- So Bert looks through his looking glass, sees a delayed and slower version of himself looking back at him through a looking glass!
Phew!
Any holes in that anybody?
Cheers, Mike.


(you guys are so much fun)

Mike, What will you see if you have only a magnifying glass in
front of you?
What will I see through the glass?(No Mirror!)

The further you hold it away, what changes might
occur? (traveling at 99.9% the speed of light)

Remember, I'm a rookie!
Thanks
Ernie S
Team Art Bell
God Bless


Mike Hewson
Mike Hewson
Moderator
Joined: 1 Dec 05
Posts: 6,119
Credit: 119,724,252
RAC: 73,933

RE: (you guys are so much

Message 41318 in response to message 41317

Quote:
(you guys are so much fun)


You ask fun questions! :-)

Quote:
Mike, What will you see if you have only a magnifying glass in
front of you?
What will I see through the glass?(No Mirror!)


The speed of his motion is not really a big issue with respect to the formation of any image within his rest frame. The beauty ( indeed the foundation ) of Relativity is that the speed of light ( in vacuo ) is constant regardless of choice of frame. Bert's motion will of course affect the pattern of arrival of light to his frame. The Lorentz contraction refers only to lengths along the line/vector of relative velocity between source and observer ( be careful how you read that ). Let's not forget good old Doppler shifting which will cause a blueing of light coming from in front of Bert, and a redden-ing from behind, compared to the stationary case. There is also an effect where you need to adjust the aim of an optical device due to relative motion. This was first found a few centuries ago with regard to telescopes - I can't remember who named it - analogous to leaning forwards when running in the rain to catch the drops in the bottom of a long bucket.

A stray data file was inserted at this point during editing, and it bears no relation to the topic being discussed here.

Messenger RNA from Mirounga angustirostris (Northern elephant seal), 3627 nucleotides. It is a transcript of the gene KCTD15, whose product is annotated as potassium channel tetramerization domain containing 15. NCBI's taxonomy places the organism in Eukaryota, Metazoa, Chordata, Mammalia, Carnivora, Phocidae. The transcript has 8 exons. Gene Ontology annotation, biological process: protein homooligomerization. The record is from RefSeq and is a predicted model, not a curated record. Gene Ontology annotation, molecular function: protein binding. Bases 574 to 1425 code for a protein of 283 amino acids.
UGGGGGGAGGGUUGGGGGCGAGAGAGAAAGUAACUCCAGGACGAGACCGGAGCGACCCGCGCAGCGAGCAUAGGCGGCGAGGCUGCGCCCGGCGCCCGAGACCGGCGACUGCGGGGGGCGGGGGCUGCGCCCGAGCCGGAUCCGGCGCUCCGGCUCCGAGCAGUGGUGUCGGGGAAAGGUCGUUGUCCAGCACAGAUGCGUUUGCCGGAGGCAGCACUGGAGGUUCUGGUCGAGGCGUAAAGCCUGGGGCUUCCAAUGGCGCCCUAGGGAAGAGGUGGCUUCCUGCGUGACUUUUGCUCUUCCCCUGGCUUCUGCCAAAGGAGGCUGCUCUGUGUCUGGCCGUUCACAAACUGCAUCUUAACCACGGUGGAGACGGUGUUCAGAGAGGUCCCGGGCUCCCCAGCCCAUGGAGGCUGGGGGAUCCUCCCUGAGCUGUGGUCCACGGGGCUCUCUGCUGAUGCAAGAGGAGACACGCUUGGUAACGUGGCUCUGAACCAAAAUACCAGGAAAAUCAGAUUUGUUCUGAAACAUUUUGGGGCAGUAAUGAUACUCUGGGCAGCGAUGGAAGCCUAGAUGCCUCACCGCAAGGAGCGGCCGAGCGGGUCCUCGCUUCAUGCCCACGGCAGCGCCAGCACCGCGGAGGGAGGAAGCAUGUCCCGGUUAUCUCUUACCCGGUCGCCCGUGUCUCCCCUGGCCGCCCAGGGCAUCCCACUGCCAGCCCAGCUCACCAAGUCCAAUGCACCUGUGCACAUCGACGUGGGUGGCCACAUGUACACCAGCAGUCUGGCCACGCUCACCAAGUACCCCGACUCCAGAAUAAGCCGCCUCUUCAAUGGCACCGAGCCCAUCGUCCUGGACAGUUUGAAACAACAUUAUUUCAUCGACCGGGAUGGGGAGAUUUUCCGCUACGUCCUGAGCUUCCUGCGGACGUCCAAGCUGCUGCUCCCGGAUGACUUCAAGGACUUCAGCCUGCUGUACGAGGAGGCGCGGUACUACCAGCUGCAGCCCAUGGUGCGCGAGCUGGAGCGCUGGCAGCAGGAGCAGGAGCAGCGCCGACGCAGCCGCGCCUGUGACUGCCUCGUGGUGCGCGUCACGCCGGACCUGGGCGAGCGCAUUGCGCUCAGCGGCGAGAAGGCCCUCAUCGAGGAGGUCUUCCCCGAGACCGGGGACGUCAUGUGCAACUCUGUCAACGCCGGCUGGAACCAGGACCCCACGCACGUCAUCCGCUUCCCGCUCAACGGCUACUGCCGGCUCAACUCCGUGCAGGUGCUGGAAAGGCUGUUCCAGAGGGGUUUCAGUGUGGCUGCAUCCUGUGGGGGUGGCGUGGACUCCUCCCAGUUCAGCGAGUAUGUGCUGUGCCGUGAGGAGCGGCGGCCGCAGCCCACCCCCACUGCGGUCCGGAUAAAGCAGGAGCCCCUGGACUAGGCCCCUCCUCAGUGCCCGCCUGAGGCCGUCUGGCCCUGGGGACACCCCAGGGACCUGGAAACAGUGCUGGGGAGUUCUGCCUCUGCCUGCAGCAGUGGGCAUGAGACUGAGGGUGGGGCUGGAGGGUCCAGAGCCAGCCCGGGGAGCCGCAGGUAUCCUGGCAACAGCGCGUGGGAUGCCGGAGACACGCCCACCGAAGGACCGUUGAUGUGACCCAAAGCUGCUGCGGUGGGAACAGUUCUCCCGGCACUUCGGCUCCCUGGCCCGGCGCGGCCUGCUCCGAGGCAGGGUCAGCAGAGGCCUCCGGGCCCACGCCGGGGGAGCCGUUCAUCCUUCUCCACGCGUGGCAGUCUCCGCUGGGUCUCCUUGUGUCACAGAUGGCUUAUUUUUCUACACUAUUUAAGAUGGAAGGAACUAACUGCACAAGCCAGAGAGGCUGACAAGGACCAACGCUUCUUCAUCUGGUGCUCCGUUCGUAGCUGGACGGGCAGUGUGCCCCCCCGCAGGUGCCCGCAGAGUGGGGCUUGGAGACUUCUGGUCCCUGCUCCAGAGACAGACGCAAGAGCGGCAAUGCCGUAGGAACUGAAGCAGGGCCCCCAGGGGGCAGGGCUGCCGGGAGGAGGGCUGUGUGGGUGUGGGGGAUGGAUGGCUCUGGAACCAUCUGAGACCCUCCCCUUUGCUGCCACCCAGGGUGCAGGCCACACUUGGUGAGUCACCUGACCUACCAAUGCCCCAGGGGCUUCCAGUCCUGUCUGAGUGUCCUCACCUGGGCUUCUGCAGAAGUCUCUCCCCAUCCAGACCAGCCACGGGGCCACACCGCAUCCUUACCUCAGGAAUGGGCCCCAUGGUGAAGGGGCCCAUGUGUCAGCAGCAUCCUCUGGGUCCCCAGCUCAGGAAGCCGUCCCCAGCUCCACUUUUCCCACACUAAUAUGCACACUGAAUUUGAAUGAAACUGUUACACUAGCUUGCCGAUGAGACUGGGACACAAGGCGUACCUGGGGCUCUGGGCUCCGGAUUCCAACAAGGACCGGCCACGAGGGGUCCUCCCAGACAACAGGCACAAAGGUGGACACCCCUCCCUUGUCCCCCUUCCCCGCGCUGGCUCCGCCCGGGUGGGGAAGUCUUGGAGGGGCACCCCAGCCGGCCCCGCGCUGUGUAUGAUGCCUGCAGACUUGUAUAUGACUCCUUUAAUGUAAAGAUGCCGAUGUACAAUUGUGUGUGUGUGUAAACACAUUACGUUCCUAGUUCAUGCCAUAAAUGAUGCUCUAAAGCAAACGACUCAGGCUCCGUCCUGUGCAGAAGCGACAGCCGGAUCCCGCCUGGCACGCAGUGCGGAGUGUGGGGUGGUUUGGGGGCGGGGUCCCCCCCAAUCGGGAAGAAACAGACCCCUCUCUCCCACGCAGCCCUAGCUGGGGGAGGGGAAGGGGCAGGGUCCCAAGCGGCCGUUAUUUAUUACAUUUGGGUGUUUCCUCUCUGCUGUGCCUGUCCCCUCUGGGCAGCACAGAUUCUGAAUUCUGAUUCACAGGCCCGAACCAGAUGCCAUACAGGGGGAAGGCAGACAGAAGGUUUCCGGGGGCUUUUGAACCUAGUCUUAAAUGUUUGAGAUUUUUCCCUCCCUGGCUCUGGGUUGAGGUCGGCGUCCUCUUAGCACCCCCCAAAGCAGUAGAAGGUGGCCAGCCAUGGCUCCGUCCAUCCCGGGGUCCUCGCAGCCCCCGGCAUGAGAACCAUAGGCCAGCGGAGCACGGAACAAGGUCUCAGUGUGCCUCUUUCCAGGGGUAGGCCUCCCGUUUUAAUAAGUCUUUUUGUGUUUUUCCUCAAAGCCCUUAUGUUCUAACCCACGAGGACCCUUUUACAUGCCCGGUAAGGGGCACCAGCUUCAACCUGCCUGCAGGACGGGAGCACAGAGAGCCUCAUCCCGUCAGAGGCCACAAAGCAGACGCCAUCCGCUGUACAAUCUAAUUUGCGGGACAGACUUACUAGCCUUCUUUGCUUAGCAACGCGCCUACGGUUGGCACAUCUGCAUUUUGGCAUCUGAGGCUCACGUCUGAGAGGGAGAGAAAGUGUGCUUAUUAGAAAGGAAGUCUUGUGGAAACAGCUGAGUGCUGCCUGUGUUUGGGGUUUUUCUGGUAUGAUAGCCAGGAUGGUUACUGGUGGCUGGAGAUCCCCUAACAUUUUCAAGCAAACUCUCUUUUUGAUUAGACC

Quote:
The further you hold it away, what changes might
occur? (traveling at 99.9% the speed of light)


You'd see a different view of whatever tableau was apparent according to the various effects already mentioned. Do you have a special thought, prediction or worry here? Don't be shy .... :-)
Cheers, Mike.

NB. Einstein originally wanted to call his 1906 theory 'Invariant', referring to the constancy of light speed, but settled on 'Relativity' concerning how to relate measurements in different frames. Alas because of other semantic uses of the word 'relative', the effect has been a blossoming of mis-understandings of his ideas.

I have made this letter longer than usual because I lack the time to make it shorter. Blaise Pascal

Ernesto Solis
Ernesto Solis
Joined: 11 Jun 05
Posts: 57
Credit: 49,513
RAC: 0

RE: RE: (you guys are so

Message 41319 in response to message 41318

Quote:
Quote:
(you guys are so much fun)

You ask fun questions! :-)
Quote:
Mike, What will you see if you have only a magnifying glass in